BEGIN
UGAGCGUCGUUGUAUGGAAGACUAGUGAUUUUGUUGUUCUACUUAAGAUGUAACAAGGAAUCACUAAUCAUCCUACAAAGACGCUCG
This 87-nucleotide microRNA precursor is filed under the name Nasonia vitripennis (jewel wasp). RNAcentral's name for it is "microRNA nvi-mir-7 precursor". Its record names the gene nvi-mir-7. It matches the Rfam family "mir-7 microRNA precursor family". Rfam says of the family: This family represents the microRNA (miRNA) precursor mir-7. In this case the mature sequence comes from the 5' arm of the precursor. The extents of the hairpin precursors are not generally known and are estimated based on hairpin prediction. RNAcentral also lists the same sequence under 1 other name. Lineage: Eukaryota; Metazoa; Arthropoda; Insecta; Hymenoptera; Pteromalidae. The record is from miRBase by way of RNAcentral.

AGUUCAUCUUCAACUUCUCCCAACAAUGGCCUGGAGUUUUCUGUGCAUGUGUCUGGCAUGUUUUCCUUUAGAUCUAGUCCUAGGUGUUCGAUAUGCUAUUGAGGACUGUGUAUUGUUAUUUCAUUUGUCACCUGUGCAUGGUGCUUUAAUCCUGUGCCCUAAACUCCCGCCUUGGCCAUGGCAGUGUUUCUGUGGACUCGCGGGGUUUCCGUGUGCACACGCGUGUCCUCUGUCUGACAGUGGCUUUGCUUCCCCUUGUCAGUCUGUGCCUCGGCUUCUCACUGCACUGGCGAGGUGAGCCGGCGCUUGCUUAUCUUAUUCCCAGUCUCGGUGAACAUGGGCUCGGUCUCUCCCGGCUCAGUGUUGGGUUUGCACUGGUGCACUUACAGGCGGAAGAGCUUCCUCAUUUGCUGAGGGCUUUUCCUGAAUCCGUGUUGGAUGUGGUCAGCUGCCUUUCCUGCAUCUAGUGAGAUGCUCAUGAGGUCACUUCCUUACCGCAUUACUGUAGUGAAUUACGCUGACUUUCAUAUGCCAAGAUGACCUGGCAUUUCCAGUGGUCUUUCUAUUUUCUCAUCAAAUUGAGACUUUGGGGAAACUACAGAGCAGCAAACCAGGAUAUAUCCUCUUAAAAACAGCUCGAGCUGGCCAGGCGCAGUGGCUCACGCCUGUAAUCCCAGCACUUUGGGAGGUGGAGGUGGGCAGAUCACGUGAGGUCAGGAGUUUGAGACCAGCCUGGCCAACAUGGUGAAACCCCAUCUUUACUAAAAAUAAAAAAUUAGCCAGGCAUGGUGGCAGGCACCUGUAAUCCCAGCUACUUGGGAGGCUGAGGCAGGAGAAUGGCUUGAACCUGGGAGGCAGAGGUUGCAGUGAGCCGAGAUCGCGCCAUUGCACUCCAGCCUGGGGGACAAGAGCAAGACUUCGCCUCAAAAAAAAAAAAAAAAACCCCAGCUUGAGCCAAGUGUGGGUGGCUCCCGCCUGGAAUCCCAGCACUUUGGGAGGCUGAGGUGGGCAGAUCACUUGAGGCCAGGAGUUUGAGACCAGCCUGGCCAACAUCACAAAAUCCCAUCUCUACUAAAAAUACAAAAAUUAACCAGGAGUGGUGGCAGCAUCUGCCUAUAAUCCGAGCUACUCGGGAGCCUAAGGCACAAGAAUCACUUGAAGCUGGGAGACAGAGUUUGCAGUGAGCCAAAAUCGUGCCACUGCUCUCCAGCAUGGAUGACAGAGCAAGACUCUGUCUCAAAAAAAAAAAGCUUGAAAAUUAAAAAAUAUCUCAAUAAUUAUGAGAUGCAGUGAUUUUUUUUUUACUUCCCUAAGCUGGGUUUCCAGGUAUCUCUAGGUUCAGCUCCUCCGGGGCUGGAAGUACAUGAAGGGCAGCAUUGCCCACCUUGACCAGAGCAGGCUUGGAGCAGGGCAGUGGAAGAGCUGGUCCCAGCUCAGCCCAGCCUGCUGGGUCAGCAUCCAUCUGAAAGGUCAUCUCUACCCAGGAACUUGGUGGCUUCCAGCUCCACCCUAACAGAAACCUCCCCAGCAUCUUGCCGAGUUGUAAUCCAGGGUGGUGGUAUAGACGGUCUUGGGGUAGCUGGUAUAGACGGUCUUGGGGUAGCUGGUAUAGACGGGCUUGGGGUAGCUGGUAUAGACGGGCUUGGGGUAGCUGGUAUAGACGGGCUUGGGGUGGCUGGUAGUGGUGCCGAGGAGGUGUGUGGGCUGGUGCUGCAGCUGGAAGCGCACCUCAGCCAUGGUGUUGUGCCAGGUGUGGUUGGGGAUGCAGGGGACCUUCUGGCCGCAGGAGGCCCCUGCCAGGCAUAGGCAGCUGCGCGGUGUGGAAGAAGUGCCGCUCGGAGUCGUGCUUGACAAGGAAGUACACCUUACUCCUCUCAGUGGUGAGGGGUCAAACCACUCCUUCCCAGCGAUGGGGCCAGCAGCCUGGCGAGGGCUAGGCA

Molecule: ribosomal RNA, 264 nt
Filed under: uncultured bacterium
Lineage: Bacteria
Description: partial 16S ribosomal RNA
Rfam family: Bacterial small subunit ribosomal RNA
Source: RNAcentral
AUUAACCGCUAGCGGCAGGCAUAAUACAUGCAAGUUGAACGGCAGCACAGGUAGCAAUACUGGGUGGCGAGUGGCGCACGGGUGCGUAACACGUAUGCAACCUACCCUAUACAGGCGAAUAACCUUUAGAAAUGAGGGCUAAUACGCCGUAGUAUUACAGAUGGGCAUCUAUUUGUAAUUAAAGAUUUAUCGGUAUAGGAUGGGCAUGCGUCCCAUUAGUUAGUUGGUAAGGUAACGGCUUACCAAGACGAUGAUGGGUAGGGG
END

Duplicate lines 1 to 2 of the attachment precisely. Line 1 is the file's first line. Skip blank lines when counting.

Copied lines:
UGAGCGUCGUUGUAUGGAAGACUAGUGAUUUUGUUGUUCUACUUAAGAUGUAACAAGGAAUCACUAAUCAUCCUACAAAGACGCUCG
This 87-nucleotide microRNA precursor is filed under the name Nasonia vitripennis (jewel wasp). RNAcentral's name for it is "microRNA nvi-mir-7 precursor". Its record names the gene nvi-mir-7. It matches the Rfam family "mir-7 microRNA precursor family". Rfam says of the family: This family represents the microRNA (miRNA) precursor mir-7. In this case the mature sequence comes from the 5' arm of the precursor. The extents of the hairpin precursors are not generally known and are estimated based on hairpin prediction. RNAcentral also lists the same sequence under 1 other name. Lineage: Eukaryota; Metazoa; Arthropoda; Insecta; Hymenoptera; Pteromalidae. The record is from miRBase by way of RNAcentral.